Courtney Upshaw, 6-2, 272, AlabamaA tremendously strong, high-tempo player who pursues and brings a thud when he hits. Great toughness and a player that will no doubt get a high recommendation from Nick Saban for his on-field demeanor and production. Not a quick, fluid player in coverage and is a little bit of a run-around player. Mid-to-late first round pick.

Whitney Mercilus, 6-4, 254, Illinois
Exploded with a 16-sack season in 2011 after being mostly a bit player for the Illini in his first two seasons. Decided to strike while the iron is hot and enter the draft and the notion he should have stuck around for more finishing is a prevalent one. Still, he's got great size and length and explodes off the ball. A pass rush specialist more than a drop-and-cover outside linebacker. Late-first to early-second round pick.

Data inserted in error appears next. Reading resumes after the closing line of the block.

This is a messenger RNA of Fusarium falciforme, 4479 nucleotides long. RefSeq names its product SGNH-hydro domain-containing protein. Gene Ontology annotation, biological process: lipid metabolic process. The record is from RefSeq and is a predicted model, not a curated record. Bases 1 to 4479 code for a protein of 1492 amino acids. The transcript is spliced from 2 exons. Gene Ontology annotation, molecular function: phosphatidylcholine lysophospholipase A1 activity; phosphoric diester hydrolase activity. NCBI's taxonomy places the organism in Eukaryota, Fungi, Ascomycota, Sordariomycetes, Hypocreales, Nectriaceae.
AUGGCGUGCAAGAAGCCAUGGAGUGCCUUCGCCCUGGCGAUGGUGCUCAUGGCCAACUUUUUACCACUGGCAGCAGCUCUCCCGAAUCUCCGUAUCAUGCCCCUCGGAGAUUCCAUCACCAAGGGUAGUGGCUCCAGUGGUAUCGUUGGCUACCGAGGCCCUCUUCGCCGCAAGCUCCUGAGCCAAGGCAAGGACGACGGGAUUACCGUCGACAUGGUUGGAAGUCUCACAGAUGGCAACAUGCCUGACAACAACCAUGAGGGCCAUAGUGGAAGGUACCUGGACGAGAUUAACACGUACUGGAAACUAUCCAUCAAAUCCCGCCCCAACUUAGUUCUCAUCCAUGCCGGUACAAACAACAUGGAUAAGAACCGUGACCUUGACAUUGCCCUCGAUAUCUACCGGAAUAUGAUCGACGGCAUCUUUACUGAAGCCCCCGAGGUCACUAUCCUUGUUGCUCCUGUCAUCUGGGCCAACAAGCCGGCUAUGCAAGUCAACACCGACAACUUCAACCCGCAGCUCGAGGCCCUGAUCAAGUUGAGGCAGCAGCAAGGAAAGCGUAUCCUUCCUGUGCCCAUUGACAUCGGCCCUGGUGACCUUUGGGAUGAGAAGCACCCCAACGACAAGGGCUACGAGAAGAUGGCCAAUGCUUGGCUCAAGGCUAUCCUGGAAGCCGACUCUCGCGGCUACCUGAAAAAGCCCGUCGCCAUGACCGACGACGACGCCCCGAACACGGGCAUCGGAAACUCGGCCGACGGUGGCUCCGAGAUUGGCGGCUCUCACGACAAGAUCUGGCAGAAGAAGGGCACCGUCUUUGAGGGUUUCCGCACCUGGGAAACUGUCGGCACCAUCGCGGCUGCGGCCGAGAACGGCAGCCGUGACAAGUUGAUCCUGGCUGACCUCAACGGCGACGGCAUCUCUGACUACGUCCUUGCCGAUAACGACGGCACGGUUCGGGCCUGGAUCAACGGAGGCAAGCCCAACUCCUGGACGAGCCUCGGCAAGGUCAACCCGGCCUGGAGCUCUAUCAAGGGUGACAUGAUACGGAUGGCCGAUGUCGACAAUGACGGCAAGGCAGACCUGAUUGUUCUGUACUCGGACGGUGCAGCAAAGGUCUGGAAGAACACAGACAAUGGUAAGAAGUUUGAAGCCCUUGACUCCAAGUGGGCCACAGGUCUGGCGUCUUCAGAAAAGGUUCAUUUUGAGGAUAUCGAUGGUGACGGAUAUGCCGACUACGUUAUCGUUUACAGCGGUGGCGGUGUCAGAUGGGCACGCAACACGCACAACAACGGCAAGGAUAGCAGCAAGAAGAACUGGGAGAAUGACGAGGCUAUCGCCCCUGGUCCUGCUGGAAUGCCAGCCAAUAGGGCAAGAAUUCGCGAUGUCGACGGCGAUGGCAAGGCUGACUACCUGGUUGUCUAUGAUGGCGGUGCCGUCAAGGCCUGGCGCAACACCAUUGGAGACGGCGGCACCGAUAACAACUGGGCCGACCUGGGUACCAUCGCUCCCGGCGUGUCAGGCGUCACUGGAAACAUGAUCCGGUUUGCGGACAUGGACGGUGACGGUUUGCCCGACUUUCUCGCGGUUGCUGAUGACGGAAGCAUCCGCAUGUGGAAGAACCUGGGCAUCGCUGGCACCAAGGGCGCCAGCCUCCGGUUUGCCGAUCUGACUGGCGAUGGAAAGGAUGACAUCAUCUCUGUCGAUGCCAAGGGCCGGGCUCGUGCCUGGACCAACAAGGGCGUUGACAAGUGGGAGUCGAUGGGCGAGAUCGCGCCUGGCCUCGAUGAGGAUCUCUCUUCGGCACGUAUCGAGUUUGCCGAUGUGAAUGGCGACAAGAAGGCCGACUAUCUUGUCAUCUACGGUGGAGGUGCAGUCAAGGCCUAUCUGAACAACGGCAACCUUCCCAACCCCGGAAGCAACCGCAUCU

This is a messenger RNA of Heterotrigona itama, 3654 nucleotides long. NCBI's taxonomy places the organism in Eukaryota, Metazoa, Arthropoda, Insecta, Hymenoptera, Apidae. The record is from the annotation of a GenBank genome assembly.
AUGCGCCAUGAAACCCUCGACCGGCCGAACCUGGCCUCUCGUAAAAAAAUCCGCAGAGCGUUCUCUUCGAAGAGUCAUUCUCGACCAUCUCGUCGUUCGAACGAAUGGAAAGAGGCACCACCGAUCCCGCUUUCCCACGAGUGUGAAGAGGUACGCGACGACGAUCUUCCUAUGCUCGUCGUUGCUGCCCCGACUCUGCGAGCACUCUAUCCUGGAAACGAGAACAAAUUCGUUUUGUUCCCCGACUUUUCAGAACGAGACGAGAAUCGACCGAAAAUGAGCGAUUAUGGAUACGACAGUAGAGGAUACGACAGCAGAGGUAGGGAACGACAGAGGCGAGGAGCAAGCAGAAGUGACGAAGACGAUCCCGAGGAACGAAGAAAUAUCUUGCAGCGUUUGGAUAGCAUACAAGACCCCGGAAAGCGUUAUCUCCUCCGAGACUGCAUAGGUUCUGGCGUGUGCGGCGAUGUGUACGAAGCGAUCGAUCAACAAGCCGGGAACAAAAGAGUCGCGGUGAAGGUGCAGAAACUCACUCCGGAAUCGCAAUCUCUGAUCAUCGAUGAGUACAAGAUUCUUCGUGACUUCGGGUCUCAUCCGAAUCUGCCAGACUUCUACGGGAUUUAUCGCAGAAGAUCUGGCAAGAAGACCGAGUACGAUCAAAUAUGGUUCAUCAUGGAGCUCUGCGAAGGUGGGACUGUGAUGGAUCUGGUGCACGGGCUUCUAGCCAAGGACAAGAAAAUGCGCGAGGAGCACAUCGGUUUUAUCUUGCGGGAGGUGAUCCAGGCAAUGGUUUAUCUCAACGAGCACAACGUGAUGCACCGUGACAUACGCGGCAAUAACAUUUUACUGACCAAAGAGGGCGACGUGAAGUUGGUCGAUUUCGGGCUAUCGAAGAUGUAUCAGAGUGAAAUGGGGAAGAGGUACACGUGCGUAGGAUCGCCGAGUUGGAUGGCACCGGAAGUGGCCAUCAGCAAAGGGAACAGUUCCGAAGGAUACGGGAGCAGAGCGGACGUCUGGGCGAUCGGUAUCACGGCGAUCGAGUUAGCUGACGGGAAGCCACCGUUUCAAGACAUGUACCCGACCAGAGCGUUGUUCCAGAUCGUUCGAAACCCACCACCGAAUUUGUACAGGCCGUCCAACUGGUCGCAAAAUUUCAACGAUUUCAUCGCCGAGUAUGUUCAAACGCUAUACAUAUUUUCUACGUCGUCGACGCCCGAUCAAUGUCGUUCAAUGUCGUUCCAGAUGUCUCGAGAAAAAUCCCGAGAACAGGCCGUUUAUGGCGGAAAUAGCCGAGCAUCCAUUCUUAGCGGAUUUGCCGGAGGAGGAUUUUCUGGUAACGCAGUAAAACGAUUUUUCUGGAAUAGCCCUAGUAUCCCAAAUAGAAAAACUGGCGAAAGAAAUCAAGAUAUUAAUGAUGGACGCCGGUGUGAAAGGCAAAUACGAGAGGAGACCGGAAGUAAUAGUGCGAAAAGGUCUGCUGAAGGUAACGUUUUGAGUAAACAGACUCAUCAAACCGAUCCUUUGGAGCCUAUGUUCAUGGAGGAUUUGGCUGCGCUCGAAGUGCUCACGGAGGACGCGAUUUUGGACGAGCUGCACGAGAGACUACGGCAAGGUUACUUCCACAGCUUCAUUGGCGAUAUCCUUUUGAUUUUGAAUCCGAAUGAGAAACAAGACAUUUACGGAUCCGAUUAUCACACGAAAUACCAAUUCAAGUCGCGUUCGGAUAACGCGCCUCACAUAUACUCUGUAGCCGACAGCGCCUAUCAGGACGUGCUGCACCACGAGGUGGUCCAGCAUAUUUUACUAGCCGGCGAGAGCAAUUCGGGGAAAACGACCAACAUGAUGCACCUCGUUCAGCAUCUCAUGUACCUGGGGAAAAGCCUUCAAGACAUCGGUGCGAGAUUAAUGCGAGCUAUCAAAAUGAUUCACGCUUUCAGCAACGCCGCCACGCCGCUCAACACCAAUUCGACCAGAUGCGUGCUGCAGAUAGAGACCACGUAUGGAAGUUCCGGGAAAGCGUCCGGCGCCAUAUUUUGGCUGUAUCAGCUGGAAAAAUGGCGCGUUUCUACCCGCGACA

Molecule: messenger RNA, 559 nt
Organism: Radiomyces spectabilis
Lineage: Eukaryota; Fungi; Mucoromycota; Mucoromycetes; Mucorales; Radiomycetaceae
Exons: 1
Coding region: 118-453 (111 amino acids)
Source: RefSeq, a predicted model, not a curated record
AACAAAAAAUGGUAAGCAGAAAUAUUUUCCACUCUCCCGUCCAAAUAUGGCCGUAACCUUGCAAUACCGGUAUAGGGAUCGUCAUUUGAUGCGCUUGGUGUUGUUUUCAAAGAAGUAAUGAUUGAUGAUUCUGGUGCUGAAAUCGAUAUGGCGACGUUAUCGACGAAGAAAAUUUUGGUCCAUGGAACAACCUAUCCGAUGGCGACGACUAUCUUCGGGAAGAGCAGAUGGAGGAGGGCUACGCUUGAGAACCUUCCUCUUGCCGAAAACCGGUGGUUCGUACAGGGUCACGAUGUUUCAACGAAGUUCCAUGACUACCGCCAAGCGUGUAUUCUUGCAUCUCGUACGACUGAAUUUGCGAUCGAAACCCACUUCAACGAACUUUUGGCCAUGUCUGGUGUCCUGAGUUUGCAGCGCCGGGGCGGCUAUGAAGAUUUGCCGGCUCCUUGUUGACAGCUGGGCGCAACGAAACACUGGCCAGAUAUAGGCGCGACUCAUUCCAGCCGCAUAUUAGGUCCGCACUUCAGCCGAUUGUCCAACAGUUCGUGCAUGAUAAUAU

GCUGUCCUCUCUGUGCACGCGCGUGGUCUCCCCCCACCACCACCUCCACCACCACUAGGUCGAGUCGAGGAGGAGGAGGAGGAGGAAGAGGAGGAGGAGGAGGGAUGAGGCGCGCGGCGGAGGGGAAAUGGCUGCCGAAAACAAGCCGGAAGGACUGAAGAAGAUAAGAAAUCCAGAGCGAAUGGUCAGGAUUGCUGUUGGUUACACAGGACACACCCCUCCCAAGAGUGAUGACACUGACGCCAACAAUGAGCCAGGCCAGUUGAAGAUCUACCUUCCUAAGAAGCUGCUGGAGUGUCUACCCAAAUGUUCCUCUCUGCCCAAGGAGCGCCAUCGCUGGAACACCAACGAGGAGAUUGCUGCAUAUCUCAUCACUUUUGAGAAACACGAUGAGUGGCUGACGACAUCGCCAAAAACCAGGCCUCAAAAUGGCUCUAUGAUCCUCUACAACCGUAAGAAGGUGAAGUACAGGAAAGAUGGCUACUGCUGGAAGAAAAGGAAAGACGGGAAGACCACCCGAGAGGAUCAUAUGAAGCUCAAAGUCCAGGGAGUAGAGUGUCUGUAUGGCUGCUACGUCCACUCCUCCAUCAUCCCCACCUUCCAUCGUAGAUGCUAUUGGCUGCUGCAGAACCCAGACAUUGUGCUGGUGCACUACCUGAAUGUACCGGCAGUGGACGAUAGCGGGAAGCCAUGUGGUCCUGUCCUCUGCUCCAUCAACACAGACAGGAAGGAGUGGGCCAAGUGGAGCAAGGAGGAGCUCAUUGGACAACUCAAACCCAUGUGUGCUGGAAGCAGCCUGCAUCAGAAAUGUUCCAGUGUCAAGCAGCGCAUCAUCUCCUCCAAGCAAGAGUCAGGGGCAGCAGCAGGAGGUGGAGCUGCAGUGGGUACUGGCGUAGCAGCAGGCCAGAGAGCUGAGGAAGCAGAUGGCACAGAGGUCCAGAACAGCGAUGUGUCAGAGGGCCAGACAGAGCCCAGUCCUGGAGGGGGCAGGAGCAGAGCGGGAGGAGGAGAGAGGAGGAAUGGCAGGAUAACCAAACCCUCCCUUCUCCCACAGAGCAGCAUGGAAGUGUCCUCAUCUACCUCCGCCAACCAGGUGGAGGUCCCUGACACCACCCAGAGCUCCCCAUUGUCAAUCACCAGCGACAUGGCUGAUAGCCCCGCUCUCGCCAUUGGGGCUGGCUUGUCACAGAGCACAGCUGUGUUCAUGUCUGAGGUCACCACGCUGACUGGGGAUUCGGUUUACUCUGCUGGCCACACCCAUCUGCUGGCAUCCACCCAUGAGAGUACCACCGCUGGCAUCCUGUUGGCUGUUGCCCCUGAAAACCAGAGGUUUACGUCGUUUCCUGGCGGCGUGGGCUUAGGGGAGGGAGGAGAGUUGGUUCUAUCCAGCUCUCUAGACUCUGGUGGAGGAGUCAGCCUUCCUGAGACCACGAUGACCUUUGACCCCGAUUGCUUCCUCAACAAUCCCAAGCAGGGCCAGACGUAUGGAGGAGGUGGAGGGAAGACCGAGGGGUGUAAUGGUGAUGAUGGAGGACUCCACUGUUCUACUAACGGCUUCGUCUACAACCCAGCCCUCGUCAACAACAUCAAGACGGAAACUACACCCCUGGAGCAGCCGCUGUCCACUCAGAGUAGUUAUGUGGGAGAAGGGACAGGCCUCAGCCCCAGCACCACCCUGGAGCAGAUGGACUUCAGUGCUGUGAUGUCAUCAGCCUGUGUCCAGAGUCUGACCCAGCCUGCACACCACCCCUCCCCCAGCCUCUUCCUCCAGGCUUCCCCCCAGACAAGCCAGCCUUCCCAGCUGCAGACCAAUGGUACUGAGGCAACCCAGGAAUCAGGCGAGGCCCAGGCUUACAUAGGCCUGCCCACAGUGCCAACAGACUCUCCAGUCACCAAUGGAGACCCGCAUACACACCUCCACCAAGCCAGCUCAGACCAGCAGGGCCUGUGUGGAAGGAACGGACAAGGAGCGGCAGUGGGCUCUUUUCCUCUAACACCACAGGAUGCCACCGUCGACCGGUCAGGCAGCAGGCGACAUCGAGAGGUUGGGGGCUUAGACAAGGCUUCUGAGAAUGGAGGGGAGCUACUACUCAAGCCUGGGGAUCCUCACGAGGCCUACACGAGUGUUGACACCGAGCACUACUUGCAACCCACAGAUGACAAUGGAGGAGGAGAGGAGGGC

Shea McClellin, 6-3, 260, Boise State
Good size, technically sound with a ton of want-to. Can play up or down and exhibits the ability to smoothly drop into coverage when necessary. A safe pick except for the fact he didn't play against top competition in college. Second-round pick.
McClellin. Seems like the kind of try-hard player with versatility and attitude the Patriots usually have success with as opposed to a guy like Cunningham who - despite his skill - hasn't found a way to get into the mix.

Upshaw. The size and power are very attractive as is his dogged pursuit when plays are run away from him. Difficulty setting the edge and funneling backs inside was a real issue for the Patriots in 2011 and Upshaw is the best of this group at doing that.

Mercilus. Aside from a terrific name, he also is a moldable player given he's just scratching the surface of his talent.

With Thomas drawing attention, Rozier rises to occasion to send Celtics to OT

With Thomas drawing attention, Rozier rises to occasion to send Celtics to OT

BOSTON – Prior to Saturday’s game, Terry Rozier talked to about the importance of staying ready always, because “you never know when your name or number is going to be called.”